Dr Sayed Hussaini and colleagues determined the incidence and causes of drug-induced jaundice in a rural community.
The investigative team undertook a retrospective analysis of 800 patients presenting to a single-center jaundice referral system from 1998 to 2004.
Standard criteria for drug-induced liver injury were applied to patients with a putative diagnosis of drug-induced jaundice.
The incidence rates per prescription of drug-induced jaundice caused by co-amoxiclav and flucloxacillin were derived from annual prescription rates.
The investigators found that the incidence of drug-induced jaundice was about 1 per 100 000 per annum in a total of 28 patients.
|8% of patients with jaundice had an antibiotic-related etiology|
|European Journal of Gastroenterology & Hepatology|
The team noted that antibiotics were the commonest cause of jaundice.
Of the antibiotics, co-amoxiclav and flucloxacillin caused the majority with an incidence rate per 100 000 prescriptions of 10 and 4, respectively.
The investigators observed co-amoxiclav-induced jaundice more commonly in elderly males.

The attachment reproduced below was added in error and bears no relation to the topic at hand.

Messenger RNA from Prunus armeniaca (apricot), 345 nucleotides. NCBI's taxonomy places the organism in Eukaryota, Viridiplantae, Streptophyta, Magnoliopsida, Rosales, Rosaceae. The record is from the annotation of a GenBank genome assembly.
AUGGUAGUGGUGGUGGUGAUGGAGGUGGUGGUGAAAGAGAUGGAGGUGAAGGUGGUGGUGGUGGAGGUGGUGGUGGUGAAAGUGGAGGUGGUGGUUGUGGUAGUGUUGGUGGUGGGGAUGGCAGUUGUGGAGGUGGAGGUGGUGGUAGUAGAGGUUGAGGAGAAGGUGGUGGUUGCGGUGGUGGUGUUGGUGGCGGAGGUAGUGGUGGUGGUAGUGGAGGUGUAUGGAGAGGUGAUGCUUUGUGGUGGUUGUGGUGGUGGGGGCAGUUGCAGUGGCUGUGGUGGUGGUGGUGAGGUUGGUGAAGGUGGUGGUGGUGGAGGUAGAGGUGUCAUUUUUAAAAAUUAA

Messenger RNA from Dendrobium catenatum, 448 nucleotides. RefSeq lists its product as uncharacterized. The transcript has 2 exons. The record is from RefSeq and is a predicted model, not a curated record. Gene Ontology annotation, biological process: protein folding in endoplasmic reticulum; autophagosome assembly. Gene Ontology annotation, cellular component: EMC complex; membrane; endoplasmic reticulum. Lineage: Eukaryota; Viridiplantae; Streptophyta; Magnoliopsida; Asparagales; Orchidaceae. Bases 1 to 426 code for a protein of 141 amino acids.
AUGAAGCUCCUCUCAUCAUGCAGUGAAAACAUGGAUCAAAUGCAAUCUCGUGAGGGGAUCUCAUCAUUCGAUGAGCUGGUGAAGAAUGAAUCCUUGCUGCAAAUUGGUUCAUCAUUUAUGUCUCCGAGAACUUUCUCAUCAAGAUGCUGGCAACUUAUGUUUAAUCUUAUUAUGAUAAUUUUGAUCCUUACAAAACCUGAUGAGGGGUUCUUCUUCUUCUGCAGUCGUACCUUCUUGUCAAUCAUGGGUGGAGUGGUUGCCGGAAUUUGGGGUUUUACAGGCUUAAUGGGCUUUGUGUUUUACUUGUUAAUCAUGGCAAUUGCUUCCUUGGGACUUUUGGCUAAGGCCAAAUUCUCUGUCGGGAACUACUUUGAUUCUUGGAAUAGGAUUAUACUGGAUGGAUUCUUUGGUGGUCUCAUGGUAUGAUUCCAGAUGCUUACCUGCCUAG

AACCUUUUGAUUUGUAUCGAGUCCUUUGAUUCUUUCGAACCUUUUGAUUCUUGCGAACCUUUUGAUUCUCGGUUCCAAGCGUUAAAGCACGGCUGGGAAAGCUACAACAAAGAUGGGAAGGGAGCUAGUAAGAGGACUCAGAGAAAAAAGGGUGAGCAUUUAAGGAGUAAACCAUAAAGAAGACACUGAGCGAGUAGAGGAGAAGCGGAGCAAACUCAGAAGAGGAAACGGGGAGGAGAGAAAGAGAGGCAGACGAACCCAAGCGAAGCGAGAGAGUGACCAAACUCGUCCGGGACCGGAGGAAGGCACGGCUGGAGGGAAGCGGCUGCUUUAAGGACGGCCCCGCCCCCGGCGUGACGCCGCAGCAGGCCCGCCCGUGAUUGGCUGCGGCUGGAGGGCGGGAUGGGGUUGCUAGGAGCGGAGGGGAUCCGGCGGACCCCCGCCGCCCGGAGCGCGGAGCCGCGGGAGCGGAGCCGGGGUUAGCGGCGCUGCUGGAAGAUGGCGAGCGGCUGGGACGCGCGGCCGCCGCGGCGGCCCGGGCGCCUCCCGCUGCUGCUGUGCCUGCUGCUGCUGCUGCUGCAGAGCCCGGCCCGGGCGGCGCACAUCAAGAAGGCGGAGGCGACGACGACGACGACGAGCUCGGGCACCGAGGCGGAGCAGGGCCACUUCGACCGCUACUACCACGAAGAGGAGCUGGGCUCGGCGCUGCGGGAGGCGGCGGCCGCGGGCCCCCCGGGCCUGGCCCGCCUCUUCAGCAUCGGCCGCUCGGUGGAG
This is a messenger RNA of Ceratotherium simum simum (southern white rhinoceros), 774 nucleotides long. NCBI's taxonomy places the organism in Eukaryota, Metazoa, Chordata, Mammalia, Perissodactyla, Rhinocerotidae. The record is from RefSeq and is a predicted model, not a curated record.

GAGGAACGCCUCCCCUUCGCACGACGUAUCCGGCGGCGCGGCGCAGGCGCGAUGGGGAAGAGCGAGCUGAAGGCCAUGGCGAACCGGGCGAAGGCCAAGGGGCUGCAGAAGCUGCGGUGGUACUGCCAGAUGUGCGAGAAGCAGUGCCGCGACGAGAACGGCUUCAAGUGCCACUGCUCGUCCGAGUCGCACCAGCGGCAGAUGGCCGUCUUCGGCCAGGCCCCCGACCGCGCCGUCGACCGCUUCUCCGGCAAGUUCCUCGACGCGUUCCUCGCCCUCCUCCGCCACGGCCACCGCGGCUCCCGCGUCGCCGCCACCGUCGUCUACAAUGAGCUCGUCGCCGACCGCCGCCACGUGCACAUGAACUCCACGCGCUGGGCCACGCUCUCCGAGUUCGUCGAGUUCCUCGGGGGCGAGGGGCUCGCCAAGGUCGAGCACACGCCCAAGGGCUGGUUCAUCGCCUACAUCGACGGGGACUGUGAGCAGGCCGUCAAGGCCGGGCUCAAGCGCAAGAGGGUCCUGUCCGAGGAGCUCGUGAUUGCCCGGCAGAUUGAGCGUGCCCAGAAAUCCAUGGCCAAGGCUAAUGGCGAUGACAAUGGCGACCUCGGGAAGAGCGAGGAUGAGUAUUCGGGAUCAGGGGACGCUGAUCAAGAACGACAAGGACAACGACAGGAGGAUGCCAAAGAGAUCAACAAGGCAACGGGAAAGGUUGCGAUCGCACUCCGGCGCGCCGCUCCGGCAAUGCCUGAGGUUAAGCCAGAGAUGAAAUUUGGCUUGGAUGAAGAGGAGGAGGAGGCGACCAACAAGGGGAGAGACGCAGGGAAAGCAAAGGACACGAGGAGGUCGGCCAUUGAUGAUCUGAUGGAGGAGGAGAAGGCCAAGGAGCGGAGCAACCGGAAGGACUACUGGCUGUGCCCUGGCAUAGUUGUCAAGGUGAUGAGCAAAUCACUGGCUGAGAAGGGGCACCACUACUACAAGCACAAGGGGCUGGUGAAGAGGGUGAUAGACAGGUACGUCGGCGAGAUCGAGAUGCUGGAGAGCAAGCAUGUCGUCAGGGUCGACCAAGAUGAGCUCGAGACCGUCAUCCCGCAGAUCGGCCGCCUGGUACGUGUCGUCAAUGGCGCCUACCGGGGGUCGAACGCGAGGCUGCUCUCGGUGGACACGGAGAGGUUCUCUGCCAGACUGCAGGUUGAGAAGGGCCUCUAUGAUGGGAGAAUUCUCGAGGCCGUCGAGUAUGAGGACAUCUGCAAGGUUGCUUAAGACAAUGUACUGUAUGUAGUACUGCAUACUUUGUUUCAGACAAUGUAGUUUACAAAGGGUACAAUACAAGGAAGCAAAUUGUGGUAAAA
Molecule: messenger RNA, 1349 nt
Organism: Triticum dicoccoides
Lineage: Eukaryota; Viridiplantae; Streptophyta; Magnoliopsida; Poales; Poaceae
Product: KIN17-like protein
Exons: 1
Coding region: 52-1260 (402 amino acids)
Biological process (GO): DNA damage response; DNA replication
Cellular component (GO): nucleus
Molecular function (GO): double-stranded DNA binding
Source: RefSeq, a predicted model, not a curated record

In those patients with flucloxacillin or co-amoxiclav-induced jaundice, bilirubin ranged from 54 to 599 [mu]mol/l.
In these patients, the team noted that jaundice resolved within 30 to 90 days.
Counseling with regard to potential drug-induced liver injury, and reporting of the adverse reaction had been performed in 1 of 28 patients.
Dr Hussaini's team concludes, “We found that 8% of patients with no biliary obstruction and jaundice had a drug-induced and predominantly antibiotic-related etiology, particularly affecting an elderly population.”
“The team recommends that all patients receiving co-amoxiclav and flucloxacillin should be counseled before the therapy regarding the potential risk of jaundice.”
“An alternative antibiotic to co-amoxiclav is used if possible in men over the age of 60 years.”